Now if someone would come up with a way to keep the headers on a bike used on salted roads from rusting that isn't expensive and can be applied at home that would really get my attention....
 

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I also have good luck with Quick Glo, either regular or fine. Here are some headers from a GS650. Didn't get them perfect, but good enough that I stopped looking for replacements.
Automotive tire Motor vehicle Musical instrument Automotive lighting Automotive design
 

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1981 GL500 Silver Wing
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Discussion Starter · #10 ·
Why did you use aluminum/magnesium polish instead of chrome cleaner?

I've seen lots of posts about similar methods that basically fill the breaks in the chrome (every rust spot is a break in the plating) and I sometimes wonder what happens when they have been at operating temperature long enough for the polish to melt and then exposed to water again.

At least when you rub the chrome with aluminum it fills the breaks in the chrome are filled with something that has a higher melting point but I think I would use a phosphoric acid rust converter to stabilize the oxidization first.

BTW: Unless you remove every trace of rust around the hole (= enlarge the hole to clean steel) any repair will be temporary at best. Epoxy won't hold on chrome unless you grind the surface and even then may not withstand the temperatures involved (that's not far from the header so pretty warm) so it wouldn't be my first choice.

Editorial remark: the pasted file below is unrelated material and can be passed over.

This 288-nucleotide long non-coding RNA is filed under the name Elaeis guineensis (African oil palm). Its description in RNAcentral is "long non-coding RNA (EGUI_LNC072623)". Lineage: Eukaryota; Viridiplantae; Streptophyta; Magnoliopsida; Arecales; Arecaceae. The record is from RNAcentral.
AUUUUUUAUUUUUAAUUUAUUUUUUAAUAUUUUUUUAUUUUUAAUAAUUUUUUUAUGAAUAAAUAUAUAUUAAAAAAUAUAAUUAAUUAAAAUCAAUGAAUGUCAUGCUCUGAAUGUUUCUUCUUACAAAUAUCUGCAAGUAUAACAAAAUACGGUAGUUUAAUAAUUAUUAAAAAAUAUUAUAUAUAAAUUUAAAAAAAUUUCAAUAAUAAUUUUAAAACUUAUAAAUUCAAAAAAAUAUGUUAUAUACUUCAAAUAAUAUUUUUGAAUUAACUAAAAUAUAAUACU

If I was determined to get more life out of those mufflers I'd probably either do the pop can and band clamp trick (if I felt lazy) or cut a patch of suitable steel and attach it with screws with a layer of muffler cement under the patches.
Note that I said "patches". The one that doesn't have a hole yet looks like it soon will so I would seriously consider removing the corroded area and patching it now.
But then again, I'd probably shop for some good original Harley mufflers instead of patching those ones anyway. A lot of people order Harleys and have the dealer change the mufflers before they even try it with the original ones so you can often find good deals on original ones that are virtually new and they almost always sound much better on a Honda they they ever could on a Harley ;-)

Now if someone would come up with a way to keep the headers on a bike used on salted roads from rusting that isn't expensive and can be applied at home that would really get my attention....
Very helpful info! I am completely new to most of what I am doing to this bike. I honestly am just trying things and seeing what kind of results I get. I have no money in the bike so not afraid to experiment.
 

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Discussion Starter · #11 ·
Very helpful info! I am completely new to most of what I am doing to this bike. I honestly am just trying things and seeing what kind of results I get. I have no money in the bike so not afraid to experiment.
Also, I used polish that I had on hand. Figured it was worth a go.
 

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1985 Honda Goldwing Limited Edition - 1995 Honda Goldwing GL1500 SE - 2012 Suzuki V-Strom DL1000
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Used the aluminum/water process after reading it on line. Worked well. Used a good chrome polish after such as Flitz and it has worked well.